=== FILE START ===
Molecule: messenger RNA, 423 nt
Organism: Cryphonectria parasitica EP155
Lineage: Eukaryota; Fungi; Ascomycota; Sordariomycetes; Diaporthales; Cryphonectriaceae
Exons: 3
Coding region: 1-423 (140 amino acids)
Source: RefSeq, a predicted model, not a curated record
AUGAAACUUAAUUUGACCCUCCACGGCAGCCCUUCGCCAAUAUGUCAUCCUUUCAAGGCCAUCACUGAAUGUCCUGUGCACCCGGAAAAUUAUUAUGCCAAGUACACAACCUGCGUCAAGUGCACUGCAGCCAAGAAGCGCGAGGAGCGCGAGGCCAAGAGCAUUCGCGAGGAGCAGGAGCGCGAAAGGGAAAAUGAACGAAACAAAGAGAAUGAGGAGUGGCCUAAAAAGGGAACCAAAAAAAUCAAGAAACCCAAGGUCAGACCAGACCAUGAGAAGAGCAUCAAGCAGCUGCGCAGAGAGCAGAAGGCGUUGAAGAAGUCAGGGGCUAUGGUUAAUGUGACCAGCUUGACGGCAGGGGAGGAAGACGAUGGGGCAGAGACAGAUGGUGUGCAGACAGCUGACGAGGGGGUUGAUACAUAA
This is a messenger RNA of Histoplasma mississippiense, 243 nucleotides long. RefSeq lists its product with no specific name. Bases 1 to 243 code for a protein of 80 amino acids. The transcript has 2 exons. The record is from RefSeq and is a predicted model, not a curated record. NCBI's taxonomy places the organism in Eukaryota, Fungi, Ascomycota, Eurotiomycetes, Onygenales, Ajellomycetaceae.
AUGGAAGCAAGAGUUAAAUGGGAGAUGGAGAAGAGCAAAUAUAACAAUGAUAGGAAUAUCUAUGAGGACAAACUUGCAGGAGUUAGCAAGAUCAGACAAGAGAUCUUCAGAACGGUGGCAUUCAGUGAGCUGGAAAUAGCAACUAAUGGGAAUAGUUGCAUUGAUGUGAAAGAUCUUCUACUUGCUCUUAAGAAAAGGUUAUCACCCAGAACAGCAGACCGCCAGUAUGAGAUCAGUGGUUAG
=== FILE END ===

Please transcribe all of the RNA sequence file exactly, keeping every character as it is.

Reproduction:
Molecule: messenger RNA, 423 nt
Organism: Cryphonectria parasitica EP155
Lineage: Eukaryota; Fungi; Ascomycota; Sordariomycetes; Diaporthales; Cryphonectriaceae
Exons: 3
Coding region: 1-423 (140 amino acids)
Source: RefSeq, a predicted model, not a curated record
AUGAAACUUAAUUUGACCCUCCACGGCAGCCCUUCGCCAAUAUGUCAUCCUUUCAAGGCCAUCACUGAAUGUCCUGUGCACCCGGAAAAUUAUUAUGCCAAGUACACAACCUGCGUCAAGUGCACUGCAGCCAAGAAGCGCGAGGAGCGCGAGGCCAAGAGCAUUCGCGAGGAGCAGGAGCGCGAAAGGGAAAAUGAACGAAACAAAGAGAAUGAGGAGUGGCCUAAAAAGGGAACCAAAAAAAUCAAGAAACCCAAGGUCAGACCAGACCAUGAGAAGAGCAUCAAGCAGCUGCGCAGAGAGCAGAAGGCGUUGAAGAAGUCAGGGGCUAUGGUUAAUGUGACCAGCUUGACGGCAGGGGAGGAAGACGAUGGGGCAGAGACAGAUGGUGUGCAGACAGCUGACGAGGGGGUUGAUACAUAA
This is a messenger RNA of Histoplasma mississippiense, 243 nucleotides long. RefSeq lists its product with no specific name. Bases 1 to 243 code for a protein of 80 amino acids. The transcript has 2 exons. The record is from RefSeq and is a predicted model, not a curated record. NCBI's taxonomy places the organism in Eukaryota, Fungi, Ascomycota, Eurotiomycetes, Onygenales, Ajellomycetaceae.
AUGGAAGCAAGAGUUAAAUGGGAGAUGGAGAAGAGCAAAUAUAACAAUGAUAGGAAUAUCUAUGAGGACAAACUUGCAGGAGUUAGCAAGAUCAGACAAGAGAUCUUCAGAACGGUGGCAUUCAGUGAGCUGGAAAUAGCAACUAAUGGGAAUAGUUGCAUUGAUGUGAAAGAUCUUCUACUUGCUCUUAAGAAAAGGUUAUCACCCAGAACAGCAGACCGCCAGUAUGAGAUCAGUGGUUAG